2 teaspoons vegetable oil
      1 medium onion, chopped
      2 cloves garlic, minced
      2 tablespoons all-purpose flour
      1 tablespoon curry powder
      1 tablespoon grated peeled ginger root or 1 teaspoon ground ginger
      1 teaspoon ground cumin
      1 teaspoon fennel seeds
      1 teaspoon salt
      2 cups vegetable or chicken stock
      1 cup water or apple juice
      1 cup dried green lentils, picked over and rinsed
      2 cups peeled and chopped butternut squash
      1 large potato, chopped into 1-inch cubes
      6 cups fresh spinach leaves, washed and trimmed
      1/2 cup cashews (salted or unsalted)

      In a skillet, heat oil over medium heat. Add onion and garlic and
      cook for 5 minutes or until softened and translucent. Stir in flour,
      curry, ginger, cumin, fennel seeds and salt; mix well. Stir in stock
      and water; bring to a boil, scraping up bits from bottom of skillet.
      Transfer mixture to slow cooker. Add lentils, squash and potato; stir
      to combine. Cover and cook on low for 7 to 9 hours or on high for 3
      to 4 hours. Add spinach leaves; stir to combine. Cover and cook on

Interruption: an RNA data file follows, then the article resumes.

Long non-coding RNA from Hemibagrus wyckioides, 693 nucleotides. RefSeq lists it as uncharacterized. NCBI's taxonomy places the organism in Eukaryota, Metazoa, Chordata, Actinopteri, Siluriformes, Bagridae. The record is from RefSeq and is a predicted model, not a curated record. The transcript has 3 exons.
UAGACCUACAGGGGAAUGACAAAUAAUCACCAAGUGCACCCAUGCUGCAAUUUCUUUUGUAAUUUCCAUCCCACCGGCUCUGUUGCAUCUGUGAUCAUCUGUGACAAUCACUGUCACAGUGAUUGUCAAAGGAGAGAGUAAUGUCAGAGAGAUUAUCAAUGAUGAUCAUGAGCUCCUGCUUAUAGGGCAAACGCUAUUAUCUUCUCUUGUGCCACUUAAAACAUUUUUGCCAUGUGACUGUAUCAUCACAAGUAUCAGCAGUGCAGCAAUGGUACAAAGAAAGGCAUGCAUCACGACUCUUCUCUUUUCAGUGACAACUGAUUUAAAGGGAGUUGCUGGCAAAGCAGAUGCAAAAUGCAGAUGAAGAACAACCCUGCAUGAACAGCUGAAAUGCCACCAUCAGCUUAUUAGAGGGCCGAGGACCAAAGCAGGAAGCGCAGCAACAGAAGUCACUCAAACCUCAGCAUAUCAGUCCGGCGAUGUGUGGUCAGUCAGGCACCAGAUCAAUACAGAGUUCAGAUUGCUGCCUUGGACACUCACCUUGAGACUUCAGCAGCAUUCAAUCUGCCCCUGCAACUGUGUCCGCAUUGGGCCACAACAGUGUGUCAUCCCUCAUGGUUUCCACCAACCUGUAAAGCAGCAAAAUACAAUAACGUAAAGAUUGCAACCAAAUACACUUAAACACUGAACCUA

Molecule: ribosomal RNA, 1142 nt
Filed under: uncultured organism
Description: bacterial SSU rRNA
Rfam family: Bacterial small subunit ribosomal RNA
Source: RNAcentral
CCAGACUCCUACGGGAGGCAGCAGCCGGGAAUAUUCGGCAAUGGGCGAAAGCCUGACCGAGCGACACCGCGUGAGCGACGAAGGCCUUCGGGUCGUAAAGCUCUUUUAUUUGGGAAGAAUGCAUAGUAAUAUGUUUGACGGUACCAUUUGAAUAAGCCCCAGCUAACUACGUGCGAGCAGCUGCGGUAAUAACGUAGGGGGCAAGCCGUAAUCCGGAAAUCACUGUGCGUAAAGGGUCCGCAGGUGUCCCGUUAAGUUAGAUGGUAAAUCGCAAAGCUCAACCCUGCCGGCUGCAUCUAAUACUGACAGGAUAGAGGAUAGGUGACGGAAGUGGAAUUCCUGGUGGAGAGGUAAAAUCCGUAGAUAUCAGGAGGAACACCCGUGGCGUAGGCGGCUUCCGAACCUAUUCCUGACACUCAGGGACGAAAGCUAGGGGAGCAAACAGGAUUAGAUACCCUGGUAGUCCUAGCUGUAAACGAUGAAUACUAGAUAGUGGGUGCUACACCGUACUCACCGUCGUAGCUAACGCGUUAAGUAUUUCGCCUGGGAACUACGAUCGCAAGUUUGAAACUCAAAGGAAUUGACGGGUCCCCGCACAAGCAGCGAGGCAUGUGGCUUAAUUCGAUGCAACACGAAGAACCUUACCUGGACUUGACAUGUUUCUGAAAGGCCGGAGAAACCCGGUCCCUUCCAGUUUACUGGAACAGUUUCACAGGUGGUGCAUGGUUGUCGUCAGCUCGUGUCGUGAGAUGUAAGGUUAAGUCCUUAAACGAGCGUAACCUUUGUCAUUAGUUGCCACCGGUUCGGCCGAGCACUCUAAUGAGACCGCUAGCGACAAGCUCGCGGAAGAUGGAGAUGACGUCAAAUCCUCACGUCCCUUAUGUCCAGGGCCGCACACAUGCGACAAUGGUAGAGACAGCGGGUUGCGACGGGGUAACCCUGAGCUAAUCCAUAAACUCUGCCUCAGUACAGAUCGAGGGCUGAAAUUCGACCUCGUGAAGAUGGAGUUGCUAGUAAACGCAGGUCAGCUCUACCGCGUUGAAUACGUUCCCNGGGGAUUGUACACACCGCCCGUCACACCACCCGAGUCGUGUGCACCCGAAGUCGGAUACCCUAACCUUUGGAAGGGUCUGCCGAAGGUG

high for another 15 minutes or until leaves have wilted. Spoon into
      individual bowls and sprinkle with cashews.


      Kid's Favorite Tuna Noodle Casserole

      1 tablespoon butter or margarine
      8 ounces mushrooms, sliced or finely chopped
      1 onion, finely chopped
      2 tablespoons all-purpose flour
      1 cup chicken stock
      1 13-ounce can evaporated milk
      4 ounces light cream cheese, cut into 1/2-inch cubes
      1 6.5-ounce can solid white tuna, drained and flaked
      1 cup frozen peas
      Salt and pepper, to taste
      8 ounces penne or rotini pasta, uncooked

      For the topping:
      1/2 cup crushed corn flake-type cereal
      1 tablespoon melted butter
      1 cup grated Cheddar cheese

      In a large nonstick skillet, heat butter over medium heat. Add
      mushrooms and onion; cook for 5 minutes or until mushrooms have
      released their juices and onion is softened. Add flour, stirring to
      blend. Pour in stock and evaporated milk. Bring mixture to a boil,
      stirring constantly until slightly thickened. Stir in cream cheese
      until melted. Add tuna and peas, stirring to combine. Remove from